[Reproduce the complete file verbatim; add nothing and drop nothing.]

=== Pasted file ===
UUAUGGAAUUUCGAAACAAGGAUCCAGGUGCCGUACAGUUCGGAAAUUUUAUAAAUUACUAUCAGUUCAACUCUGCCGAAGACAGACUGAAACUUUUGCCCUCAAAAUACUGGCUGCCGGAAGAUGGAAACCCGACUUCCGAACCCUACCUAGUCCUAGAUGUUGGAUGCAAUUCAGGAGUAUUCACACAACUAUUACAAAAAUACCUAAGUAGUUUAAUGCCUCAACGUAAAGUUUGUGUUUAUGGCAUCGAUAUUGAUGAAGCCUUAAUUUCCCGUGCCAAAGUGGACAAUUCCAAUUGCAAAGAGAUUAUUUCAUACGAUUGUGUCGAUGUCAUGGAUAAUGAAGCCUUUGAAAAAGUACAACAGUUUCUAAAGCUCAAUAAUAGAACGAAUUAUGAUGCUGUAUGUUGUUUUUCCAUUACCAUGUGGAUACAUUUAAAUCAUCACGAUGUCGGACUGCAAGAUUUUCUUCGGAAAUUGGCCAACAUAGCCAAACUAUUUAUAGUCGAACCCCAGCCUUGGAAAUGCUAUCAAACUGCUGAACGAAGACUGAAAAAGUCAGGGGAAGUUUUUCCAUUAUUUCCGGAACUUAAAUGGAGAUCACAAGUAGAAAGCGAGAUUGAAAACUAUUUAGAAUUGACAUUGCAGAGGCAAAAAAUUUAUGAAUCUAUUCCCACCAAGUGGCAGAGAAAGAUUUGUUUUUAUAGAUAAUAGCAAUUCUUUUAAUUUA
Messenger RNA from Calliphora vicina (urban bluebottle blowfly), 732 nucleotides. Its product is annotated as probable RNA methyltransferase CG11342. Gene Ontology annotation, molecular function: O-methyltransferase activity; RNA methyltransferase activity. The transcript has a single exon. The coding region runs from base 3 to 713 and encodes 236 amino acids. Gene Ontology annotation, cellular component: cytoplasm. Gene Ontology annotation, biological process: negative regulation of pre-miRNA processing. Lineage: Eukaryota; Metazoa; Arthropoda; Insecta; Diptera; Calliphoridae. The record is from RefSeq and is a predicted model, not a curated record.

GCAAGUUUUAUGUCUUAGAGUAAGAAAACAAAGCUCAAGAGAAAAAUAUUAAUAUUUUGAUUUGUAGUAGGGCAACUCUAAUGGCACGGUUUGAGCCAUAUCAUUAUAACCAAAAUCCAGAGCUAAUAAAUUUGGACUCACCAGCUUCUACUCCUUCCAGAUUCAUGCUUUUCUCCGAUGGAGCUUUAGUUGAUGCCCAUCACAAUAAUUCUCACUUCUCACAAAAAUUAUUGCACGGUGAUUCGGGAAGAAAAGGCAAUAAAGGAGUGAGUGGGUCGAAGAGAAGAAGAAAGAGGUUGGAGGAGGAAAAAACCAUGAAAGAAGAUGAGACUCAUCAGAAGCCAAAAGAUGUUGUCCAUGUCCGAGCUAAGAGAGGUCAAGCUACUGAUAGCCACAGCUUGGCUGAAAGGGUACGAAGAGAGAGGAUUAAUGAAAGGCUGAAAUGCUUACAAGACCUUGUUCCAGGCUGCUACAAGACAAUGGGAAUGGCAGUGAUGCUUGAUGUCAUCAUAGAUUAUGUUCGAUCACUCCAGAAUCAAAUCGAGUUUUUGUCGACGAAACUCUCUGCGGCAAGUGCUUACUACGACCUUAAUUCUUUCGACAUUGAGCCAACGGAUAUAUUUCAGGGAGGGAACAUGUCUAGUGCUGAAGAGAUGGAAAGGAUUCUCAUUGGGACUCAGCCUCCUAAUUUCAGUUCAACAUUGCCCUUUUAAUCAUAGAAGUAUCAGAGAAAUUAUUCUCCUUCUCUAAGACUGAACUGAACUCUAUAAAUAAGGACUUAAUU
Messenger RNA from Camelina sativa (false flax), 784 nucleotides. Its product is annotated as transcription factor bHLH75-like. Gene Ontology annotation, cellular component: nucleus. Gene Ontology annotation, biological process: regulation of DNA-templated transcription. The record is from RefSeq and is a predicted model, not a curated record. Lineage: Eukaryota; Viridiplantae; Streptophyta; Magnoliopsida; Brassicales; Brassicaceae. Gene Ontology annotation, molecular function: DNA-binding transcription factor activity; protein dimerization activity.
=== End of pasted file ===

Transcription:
UUAUGGAAUUUCGAAACAAGGAUCCAGGUGCCGUACAGUUCGGAAAUUUUAUAAAUUACUAUCAGUUCAACUCUGCCGAAGACAGACUGAAACUUUUGCCCUCAAAAUACUGGCUGCCGGAAGAUGGAAACCCGACUUCCGAACCCUACCUAGUCCUAGAUGUUGGAUGCAAUUCAGGAGUAUUCACACAACUAUUACAAAAAUACCUAAGUAGUUUAAUGCCUCAACGUAAAGUUUGUGUUUAUGGCAUCGAUAUUGAUGAAGCCUUAAUUUCCCGUGCCAAAGUGGACAAUUCCAAUUGCAAAGAGAUUAUUUCAUACGAUUGUGUCGAUGUCAUGGAUAAUGAAGCCUUUGAAAAAGUACAACAGUUUCUAAAGCUCAAUAAUAGAACGAAUUAUGAUGCUGUAUGUUGUUUUUCCAUUACCAUGUGGAUACAUUUAAAUCAUCACGAUGUCGGACUGCAAGAUUUUCUUCGGAAAUUGGCCAACAUAGCCAAACUAUUUAUAGUCGAACCCCAGCCUUGGAAAUGCUAUCAAACUGCUGAACGAAGACUGAAAAAGUCAGGGGAAGUUUUUCCAUUAUUUCCGGAACUUAAAUGGAGAUCACAAGUAGAAAGCGAGAUUGAAAACUAUUUAGAAUUGACAUUGCAGAGGCAAAAAAUUUAUGAAUCUAUUCCCACCAAGUGGCAGAGAAAGAUUUGUUUUUAUAGAUAAUAGCAAUUCUUUUAAUUUA
Messenger RNA from Calliphora vicina (urban bluebottle blowfly), 732 nucleotides. Its product is annotated as probable RNA methyltransferase CG11342. Gene Ontology annotation, molecular function: O-methyltransferase activity; RNA methyltransferase activity. The transcript has a single exon. The coding region runs from base 3 to 713 and encodes 236 amino acids. Gene Ontology annotation, cellular component: cytoplasm. Gene Ontology annotation, biological process: negative regulation of pre-miRNA processing. Lineage: Eukaryota; Metazoa; Arthropoda; Insecta; Diptera; Calliphoridae. The record is from RefSeq and is a predicted model, not a curated record.

GCAAGUUUUAUGUCUUAGAGUAAGAAAACAAAGCUCAAGAGAAAAAUAUUAAUAUUUUGAUUUGUAGUAGGGCAACUCUAAUGGCACGGUUUGAGCCAUAUCAUUAUAACCAAAAUCCAGAGCUAAUAAAUUUGGACUCACCAGCUUCUACUCCUUCCAGAUUCAUGCUUUUCUCCGAUGGAGCUUUAGUUGAUGCCCAUCACAAUAAUUCUCACUUCUCACAAAAAUUAUUGCACGGUGAUUCGGGAAGAAAAGGCAAUAAAGGAGUGAGUGGGUCGAAGAGAAGAAGAAAGAGGUUGGAGGAGGAAAAAACCAUGAAAGAAGAUGAGACUCAUCAGAAGCCAAAAGAUGUUGUCCAUGUCCGAGCUAAGAGAGGUCAAGCUACUGAUAGCCACAGCUUGGCUGAAAGGGUACGAAGAGAGAGGAUUAAUGAAAGGCUGAAAUGCUUACAAGACCUUGUUCCAGGCUGCUACAAGACAAUGGGAAUGGCAGUGAUGCUUGAUGUCAUCAUAGAUUAUGUUCGAUCACUCCAGAAUCAAAUCGAGUUUUUGUCGACGAAACUCUCUGCGGCAAGUGCUUACUACGACCUUAAUUCUUUCGACAUUGAGCCAACGGAUAUAUUUCAGGGAGGGAACAUGUCUAGUGCUGAAGAGAUGGAAAGGAUUCUCAUUGGGACUCAGCCUCCUAAUUUCAGUUCAACAUUGCCCUUUUAAUCAUAGAAGUAUCAGAGAAAUUAUUCUCCUUCUCUAAGACUGAACUGAACUCUAUAAAUAAGGACUUAAUU
Messenger RNA from Camelina sativa (false flax), 784 nucleotides. Its product is annotated as transcription factor bHLH75-like. Gene Ontology annotation, cellular component: nucleus. Gene Ontology annotation, biological process: regulation of DNA-templated transcription. The record is from RefSeq and is a predicted model, not a curated record. Lineage: Eukaryota; Viridiplantae; Streptophyta; Magnoliopsida; Brassicales; Brassicaceae. Gene Ontology annotation, molecular function: DNA-binding transcription factor activity; protein dimerization activity.